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Thread: Help with Scoring along with Competitions

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    Tripping on the Podium Nathan13's Avatar
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    Help with Scoring along with Competitions


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    So I love doing my own live scoring while watching competitions. Scoring PCS is easy (as in, it is easy to record, not always easy to decide). However, it is really difficult to give GOEs on technical elements, especially without planned content. I realize that I can't get the levels or URs that the tech controller is calling live. But I can go back through and edit accordingly once protocols are up.

    I'm hoping to score at least singles for Four Continents...But I am wondering if anyone has ideas on the following:

    1) Where to find planned elements before the competition begins? I've only ever seen GSers post links to tweets with planned elements--is that the best bet, and if so, who should I follow on twitter?

    2) Is there a scoring app that I can put info into and it calculates the total score for me? That would be too good to be true. If not...

    3) Where can I find the formulas to properly factor in GOEs, PCS, etc.? I've seen posts on here of calculations for individual judges' total scores and placements, and I'm wondering where these calculations and formulas come from.

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    Just out of curiosity, are you more interested in the numbers or in the thought processes of judges or technical specialists?

    Also, are you able to identify elements as they happen in real time (what they are, not the details that might require review or another set of eyes -- e.g., 3Lz+3T or CCoSp or StSq)? For myself, I find it's easier to just watch the program and write down what the skater does, rather than compare to a written plan that they might not follow.

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    Tripping on the Podium Nathan13's Avatar
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    Quote Originally Posted by gkelly View Post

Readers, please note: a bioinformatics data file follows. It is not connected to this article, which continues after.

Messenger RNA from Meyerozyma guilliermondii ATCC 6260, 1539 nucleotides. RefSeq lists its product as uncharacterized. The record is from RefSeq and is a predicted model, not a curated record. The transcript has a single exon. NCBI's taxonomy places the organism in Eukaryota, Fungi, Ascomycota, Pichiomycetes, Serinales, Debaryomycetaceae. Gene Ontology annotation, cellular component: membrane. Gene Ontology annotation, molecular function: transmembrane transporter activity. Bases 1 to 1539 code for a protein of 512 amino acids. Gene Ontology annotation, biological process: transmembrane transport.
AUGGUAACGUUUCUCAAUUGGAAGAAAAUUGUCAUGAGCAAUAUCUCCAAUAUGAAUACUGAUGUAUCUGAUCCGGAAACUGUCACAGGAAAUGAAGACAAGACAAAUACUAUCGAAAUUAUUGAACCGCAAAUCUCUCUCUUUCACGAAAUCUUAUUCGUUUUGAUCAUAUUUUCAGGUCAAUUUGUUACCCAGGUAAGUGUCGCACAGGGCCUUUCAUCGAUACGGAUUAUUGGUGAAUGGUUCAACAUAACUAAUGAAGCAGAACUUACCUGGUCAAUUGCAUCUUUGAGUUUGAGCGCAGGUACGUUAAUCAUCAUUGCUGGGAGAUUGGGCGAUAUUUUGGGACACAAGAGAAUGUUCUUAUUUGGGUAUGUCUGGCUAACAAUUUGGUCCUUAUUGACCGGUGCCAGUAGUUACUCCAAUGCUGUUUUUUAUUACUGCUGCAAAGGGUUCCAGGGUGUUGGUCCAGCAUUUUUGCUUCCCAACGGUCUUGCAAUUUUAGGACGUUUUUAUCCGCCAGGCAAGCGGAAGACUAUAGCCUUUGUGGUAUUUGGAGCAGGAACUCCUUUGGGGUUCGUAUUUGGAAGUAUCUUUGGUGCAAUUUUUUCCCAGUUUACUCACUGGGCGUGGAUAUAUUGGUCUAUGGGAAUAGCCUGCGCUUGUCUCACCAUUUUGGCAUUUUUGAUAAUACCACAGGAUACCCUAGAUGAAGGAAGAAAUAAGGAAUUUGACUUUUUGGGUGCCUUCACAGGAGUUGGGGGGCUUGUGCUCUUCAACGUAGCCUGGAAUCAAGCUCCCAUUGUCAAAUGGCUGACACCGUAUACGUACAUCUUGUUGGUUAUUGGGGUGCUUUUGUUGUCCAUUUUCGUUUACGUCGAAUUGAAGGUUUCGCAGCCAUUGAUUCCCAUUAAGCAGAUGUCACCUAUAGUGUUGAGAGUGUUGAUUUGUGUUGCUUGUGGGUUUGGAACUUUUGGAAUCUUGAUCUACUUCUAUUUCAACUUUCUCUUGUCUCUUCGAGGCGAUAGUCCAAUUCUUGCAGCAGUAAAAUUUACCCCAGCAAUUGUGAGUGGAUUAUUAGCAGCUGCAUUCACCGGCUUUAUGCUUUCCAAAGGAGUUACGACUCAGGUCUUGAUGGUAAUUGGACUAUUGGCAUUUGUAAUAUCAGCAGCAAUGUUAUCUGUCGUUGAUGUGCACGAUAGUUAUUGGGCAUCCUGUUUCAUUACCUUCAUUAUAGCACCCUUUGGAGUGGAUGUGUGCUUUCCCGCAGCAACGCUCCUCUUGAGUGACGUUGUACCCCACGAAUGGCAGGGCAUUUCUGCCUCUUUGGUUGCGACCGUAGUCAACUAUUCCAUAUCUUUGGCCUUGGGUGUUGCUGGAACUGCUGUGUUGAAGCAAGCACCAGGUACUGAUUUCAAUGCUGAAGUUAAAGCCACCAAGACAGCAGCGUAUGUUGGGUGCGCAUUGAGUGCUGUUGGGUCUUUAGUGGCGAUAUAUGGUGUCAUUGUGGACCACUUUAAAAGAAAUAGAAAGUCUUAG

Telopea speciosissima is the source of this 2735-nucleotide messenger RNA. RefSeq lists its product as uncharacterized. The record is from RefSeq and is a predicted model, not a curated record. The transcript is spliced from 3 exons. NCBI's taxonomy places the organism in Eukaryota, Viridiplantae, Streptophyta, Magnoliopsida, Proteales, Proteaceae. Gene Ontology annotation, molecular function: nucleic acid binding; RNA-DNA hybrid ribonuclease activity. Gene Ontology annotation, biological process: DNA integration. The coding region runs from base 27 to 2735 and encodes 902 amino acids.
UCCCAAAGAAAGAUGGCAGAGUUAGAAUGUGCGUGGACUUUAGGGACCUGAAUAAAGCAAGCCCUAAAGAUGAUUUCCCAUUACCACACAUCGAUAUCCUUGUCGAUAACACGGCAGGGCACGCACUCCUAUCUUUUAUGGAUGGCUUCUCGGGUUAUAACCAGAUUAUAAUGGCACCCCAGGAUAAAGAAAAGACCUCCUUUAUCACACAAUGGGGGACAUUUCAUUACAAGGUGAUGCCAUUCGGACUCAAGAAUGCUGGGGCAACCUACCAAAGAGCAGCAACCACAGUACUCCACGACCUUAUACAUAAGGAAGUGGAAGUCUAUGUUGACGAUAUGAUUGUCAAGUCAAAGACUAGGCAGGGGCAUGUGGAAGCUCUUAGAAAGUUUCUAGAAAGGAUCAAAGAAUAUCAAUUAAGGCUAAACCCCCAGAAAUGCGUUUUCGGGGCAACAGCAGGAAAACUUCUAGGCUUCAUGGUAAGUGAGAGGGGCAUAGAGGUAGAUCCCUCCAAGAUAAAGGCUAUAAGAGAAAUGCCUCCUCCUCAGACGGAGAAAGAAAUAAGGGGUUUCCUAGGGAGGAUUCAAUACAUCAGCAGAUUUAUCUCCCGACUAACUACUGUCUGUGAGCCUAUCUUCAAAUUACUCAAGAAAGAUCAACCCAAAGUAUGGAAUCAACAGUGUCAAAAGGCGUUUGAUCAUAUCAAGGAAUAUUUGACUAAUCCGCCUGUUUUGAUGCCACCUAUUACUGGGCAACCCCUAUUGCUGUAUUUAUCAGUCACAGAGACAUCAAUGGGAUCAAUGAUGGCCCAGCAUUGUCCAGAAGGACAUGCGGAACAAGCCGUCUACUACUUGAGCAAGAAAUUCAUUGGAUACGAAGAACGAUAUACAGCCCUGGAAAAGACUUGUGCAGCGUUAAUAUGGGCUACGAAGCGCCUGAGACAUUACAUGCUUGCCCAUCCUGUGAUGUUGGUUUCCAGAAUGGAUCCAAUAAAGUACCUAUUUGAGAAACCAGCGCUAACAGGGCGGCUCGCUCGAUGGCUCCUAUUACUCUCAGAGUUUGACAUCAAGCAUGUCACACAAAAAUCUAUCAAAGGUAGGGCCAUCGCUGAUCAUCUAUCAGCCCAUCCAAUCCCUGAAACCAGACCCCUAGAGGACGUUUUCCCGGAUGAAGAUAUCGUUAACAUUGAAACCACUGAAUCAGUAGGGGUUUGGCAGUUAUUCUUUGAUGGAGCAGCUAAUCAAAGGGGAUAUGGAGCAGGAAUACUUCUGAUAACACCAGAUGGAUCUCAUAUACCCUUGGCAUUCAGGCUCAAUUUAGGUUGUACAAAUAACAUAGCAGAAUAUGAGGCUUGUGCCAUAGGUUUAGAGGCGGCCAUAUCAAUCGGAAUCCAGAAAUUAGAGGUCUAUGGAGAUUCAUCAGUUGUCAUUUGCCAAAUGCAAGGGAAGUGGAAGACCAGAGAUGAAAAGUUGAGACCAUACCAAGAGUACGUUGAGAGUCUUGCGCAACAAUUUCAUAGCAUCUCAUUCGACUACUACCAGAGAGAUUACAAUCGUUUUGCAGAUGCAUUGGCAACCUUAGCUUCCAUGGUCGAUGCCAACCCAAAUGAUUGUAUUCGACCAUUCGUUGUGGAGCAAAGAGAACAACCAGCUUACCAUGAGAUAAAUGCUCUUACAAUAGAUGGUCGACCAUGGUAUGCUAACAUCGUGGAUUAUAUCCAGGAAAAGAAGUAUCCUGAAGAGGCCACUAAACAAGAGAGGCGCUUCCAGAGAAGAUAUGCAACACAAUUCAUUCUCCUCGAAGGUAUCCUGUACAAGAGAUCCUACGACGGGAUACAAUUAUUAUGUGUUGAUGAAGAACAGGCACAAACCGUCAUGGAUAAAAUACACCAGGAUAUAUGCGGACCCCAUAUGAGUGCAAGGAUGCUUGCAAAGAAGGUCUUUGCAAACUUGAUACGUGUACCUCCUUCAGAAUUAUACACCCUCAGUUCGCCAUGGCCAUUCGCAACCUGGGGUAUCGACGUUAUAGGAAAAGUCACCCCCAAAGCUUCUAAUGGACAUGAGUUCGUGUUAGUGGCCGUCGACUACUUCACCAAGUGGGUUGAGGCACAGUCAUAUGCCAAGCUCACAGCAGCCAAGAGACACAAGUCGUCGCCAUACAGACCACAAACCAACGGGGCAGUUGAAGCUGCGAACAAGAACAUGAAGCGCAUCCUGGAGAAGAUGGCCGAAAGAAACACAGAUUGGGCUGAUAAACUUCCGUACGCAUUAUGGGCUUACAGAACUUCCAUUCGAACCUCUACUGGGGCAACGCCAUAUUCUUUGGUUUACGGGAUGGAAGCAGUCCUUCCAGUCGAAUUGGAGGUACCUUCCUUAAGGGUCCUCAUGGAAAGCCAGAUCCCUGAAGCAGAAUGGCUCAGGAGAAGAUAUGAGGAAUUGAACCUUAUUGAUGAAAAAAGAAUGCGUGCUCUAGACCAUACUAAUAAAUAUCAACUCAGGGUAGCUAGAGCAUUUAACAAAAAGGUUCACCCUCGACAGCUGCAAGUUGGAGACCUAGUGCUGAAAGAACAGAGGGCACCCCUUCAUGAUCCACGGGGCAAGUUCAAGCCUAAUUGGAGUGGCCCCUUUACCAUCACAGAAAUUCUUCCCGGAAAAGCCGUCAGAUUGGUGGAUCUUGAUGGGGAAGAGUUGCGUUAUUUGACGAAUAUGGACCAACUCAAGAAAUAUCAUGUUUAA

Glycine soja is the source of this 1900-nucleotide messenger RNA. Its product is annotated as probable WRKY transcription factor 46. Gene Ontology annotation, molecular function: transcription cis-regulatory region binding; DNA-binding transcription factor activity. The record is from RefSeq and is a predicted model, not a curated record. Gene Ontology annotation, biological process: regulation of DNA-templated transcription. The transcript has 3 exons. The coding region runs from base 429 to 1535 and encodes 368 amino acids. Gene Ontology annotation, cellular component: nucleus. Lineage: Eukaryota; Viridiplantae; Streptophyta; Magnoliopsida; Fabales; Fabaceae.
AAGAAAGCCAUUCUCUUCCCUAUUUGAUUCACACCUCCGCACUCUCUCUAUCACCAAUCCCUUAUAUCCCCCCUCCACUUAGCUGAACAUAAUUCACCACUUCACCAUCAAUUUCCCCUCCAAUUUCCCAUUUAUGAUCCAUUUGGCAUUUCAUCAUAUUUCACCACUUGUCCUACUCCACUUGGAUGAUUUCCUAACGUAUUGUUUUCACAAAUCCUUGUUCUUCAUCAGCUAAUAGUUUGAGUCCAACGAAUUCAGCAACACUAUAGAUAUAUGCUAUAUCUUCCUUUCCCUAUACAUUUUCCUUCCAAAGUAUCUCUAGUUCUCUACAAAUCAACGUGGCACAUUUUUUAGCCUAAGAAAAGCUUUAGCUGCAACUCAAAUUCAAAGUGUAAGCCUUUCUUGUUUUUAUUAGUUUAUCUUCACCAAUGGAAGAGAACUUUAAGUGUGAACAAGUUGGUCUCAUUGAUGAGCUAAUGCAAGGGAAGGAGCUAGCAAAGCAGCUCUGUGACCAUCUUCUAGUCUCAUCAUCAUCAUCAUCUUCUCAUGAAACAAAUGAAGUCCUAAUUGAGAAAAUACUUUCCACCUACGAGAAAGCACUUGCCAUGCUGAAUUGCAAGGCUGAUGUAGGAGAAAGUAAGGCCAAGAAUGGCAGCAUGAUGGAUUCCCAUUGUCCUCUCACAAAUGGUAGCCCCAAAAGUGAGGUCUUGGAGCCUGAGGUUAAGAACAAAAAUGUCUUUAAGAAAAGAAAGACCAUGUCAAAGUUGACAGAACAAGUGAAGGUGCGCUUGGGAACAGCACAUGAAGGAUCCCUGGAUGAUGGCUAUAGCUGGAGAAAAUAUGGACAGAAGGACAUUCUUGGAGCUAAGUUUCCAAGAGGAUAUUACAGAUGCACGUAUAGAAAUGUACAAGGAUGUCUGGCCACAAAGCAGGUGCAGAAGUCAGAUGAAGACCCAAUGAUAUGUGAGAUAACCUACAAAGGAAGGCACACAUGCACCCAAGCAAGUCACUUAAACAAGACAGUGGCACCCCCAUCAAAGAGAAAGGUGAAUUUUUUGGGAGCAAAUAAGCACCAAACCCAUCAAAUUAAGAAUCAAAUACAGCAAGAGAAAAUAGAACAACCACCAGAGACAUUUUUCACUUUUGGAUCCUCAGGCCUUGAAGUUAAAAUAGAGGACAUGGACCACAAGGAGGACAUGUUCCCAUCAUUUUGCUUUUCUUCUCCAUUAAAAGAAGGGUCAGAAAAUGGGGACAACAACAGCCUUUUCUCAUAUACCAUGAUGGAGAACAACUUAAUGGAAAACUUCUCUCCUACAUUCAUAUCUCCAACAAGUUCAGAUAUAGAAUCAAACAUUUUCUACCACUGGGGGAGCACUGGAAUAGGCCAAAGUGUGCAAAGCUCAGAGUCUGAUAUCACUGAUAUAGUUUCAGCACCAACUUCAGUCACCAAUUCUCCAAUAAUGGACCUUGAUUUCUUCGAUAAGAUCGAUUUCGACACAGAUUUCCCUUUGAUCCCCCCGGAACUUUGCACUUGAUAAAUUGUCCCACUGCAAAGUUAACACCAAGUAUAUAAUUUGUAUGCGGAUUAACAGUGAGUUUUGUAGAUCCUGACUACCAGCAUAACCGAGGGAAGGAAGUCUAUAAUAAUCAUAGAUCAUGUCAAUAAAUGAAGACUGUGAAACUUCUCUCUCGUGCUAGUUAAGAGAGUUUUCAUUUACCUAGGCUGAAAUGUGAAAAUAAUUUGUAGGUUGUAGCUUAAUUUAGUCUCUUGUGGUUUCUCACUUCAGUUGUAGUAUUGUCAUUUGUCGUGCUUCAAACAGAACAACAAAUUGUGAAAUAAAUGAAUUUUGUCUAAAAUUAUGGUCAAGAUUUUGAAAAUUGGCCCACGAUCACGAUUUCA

Just out of curiosity, are you more interested in the numbers or in the thought processes of judges or technical specialists?

    Also, are you able to identify elements as they happen in real time (what they are, not the details that might require review or another set of eyes -- e.g., 3Lz+3T or CCoSp or StSq)? For myself, I find it's easier to just watch the program and write down what the skater does, rather than compare to a written plan that they might not follow.
    Thanks for your reply!
    I guess I would say that I'm more interested in the numbers. I can basically tell what elements are happening (jumps definitely, spins/footwork generally, levels not so much). I find it easier to have the planned elements so that I don't have to scramble to write them down and potentially miss something, but the more I think about it, it might be easier to just to give a GOE in the order that it happens and worry about BV later.

    What I am really in need of is an explanation of factoring, and how to calculate a factored GOE values and a factored PCS total. I really like doing my own scoring and then comparing it to the judges' scores, and seeing how close that I am.

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    Unfortunately, I don't know that the scoring information can be easily found all in one place.

    The general overview is in the Special Regulations and Technical Rules, which remain in effect for 2 years after each ISU Congress, held in even year summers. See Rule 353. There haven't been a lot of changes this part of the scoring rules in the decade-plus that the IJS has been in effect.

    Then there are the ISU Communications that give the latest details currently in effect. For your purposes, the Scale of Values is the most relevant part.